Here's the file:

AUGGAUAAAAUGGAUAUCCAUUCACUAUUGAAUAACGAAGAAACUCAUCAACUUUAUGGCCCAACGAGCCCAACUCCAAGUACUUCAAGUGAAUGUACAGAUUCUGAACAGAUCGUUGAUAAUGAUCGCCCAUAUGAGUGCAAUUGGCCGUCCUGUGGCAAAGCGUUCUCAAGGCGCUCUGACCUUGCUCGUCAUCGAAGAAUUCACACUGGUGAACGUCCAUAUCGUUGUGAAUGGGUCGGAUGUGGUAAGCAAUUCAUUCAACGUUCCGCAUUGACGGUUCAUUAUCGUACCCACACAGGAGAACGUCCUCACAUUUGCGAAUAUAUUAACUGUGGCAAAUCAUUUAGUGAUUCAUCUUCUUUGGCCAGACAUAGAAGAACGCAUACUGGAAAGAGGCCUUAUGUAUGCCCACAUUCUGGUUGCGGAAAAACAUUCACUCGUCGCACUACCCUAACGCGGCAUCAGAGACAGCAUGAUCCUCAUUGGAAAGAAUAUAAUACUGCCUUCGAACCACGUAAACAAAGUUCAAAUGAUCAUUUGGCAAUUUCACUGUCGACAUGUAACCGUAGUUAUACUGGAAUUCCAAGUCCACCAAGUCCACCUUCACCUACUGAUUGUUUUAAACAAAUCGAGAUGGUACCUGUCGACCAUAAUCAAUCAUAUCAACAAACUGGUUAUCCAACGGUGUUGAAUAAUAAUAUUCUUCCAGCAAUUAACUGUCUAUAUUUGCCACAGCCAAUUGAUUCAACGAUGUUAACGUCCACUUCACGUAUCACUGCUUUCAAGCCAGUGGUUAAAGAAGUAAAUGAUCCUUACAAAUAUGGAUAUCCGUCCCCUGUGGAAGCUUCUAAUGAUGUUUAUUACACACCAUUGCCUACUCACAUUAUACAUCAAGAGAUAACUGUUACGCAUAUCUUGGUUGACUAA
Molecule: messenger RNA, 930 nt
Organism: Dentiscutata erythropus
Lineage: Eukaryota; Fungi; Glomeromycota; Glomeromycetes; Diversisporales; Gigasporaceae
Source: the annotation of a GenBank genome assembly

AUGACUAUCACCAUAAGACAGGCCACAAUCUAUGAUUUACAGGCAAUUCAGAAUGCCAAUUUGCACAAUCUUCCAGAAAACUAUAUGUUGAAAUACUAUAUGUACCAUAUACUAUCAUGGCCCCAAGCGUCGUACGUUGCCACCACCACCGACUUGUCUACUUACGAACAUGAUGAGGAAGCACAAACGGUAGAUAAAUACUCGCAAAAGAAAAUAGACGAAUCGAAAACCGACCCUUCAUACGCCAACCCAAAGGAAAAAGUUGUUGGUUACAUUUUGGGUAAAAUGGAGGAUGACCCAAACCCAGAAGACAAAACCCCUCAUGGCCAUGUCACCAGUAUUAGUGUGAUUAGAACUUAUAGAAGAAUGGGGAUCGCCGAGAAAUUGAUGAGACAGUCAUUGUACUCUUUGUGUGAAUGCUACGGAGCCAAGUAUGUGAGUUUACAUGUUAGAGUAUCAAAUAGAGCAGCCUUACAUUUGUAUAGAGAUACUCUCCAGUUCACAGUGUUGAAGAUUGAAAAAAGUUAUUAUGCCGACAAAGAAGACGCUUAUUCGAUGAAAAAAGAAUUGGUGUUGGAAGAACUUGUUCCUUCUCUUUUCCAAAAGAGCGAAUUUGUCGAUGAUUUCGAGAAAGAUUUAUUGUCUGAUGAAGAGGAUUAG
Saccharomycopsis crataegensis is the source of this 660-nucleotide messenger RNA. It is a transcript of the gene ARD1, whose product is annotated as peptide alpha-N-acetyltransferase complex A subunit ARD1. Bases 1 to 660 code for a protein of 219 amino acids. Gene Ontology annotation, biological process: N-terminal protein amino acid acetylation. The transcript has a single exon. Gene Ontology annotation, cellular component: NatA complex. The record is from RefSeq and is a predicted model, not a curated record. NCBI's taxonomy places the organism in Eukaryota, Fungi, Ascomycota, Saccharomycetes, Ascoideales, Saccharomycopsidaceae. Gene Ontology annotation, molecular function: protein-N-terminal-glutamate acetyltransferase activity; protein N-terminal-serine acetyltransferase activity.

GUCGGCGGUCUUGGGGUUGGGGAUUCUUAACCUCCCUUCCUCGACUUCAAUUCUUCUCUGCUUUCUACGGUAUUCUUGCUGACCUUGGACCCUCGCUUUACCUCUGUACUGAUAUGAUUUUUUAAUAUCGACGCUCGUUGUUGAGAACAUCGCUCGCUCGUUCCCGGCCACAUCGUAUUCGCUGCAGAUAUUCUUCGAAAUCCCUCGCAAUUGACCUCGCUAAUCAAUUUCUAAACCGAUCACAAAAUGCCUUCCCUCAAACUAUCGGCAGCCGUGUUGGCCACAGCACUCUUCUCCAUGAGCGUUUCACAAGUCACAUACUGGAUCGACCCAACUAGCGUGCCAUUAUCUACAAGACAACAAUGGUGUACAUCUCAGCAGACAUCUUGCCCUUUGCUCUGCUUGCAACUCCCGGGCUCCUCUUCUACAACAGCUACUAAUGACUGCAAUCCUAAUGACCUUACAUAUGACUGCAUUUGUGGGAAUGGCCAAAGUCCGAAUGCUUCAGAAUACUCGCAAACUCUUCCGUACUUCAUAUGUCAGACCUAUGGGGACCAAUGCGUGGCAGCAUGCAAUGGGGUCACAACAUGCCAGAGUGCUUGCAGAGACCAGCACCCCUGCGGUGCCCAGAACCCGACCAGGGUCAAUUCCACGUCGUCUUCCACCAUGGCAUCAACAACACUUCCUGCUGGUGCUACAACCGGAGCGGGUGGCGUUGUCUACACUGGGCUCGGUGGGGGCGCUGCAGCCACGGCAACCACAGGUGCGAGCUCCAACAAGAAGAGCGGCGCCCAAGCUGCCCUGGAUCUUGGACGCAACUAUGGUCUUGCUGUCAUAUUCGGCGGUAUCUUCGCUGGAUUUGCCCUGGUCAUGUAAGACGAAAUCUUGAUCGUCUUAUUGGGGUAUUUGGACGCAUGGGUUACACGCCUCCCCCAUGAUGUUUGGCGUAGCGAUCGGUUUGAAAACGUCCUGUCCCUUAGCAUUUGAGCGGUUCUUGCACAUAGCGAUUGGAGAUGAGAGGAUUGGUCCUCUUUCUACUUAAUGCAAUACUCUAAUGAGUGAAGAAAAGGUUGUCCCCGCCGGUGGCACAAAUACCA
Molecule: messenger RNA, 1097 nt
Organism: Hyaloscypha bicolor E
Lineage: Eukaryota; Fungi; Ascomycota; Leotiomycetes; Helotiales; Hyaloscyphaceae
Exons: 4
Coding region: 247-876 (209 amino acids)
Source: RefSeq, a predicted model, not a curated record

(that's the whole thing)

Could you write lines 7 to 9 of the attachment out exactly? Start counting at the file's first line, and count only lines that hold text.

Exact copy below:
Saccharomycopsis crataegensis is the source of this 660-nucleotide messenger RNA. It is a transcript of the gene ARD1, whose product is annotated as peptide alpha-N-acetyltransferase complex A subunit ARD1. Bases 1 to 660 code for a protein of 219 amino acids. Gene Ontology annotation, biological process: N-terminal protein amino acid acetylation. The transcript has a single exon. Gene Ontology annotation, cellular component: NatA complex. The record is from RefSeq and is a predicted model, not a curated record. NCBI's taxonomy places the organism in Eukaryota, Fungi, Ascomycota, Saccharomycetes, Ascoideales, Saccharomycopsidaceae. Gene Ontology annotation, molecular function: protein-N-terminal-glutamate acetyltransferase activity; protein N-terminal-serine acetyltransferase activity.

GUCGGCGGUCUUGGGGUUGGGGAUUCUUAACCUCCCUUCCUCGACUUCAAUUCUUCUCUGCUUUCUACGGUAUUCUUGCUGACCUUGGACCCUCGCUUUACCUCUGUACUGAUAUGAUUUUUUAAUAUCGACGCUCGUUGUUGAGAACAUCGCUCGCUCGUUCCCGGCCACAUCGUAUUCGCUGCAGAUAUUCUUCGAAAUCCCUCGCAAUUGACCUCGCUAAUCAAUUUCUAAACCGAUCACAAAAUGCCUUCCCUCAAACUAUCGGCAGCCGUGUUGGCCACAGCACUCUUCUCCAUGAGCGUUUCACAAGUCACAUACUGGAUCGACCCAACUAGCGUGCCAUUAUCUACAAGACAACAAUGGUGUACAUCUCAGCAGACAUCUUGCCCUUUGCUCUGCUUGCAACUCCCGGGCUCCUCUUCUACAACAGCUACUAAUGACUGCAAUCCUAAUGACCUUACAUAUGACUGCAUUUGUGGGAAUGGCCAAAGUCCGAAUGCUUCAGAAUACUCGCAAACUCUUCCGUACUUCAUAUGUCAGACCUAUGGGGACCAAUGCGUGGCAGCAUGCAAUGGGGUCACAACAUGCCAGAGUGCUUGCAGAGACCAGCACCCCUGCGGUGCCCAGAACCCGACCAGGGUCAAUUCCACGUCGUCUUCCACCAUGGCAUCAACAACACUUCCUGCUGGUGCUACAACCGGAGCGGGUGGCGUUGUCUACACUGGGCUCGGUGGGGGCGCUGCAGCCACGGCAACCACAGGUGCGAGCUCCAACAAGAAGAGCGGCGCCCAAGCUGCCCUGGAUCUUGGACGCAACUAUGGUCUUGCUGUCAUAUUCGGCGGUAUCUUCGCUGGAUUUGCCCUGGUCAUGUAAGACGAAAUCUUGAUCGUCUUAUUGGGGUAUUUGGACGCAUGGGUUACACGCCUCCCCCAUGAUGUUUGGCGUAGCGAUCGGUUUGAAAACGUCCUGUCCCUUAGCAUUUGAGCGGUUCUUGCACAUAGCGAUUGGAGAUGAGAGGAUUGGUCCUCUUUCUACUUAAUGCAAUACUCUAAUGAGUGAAGAAAAGGUUGUCCCCGCCGGUGGCACAAAUACCA
Molecule: messenger RNA, 1097 nt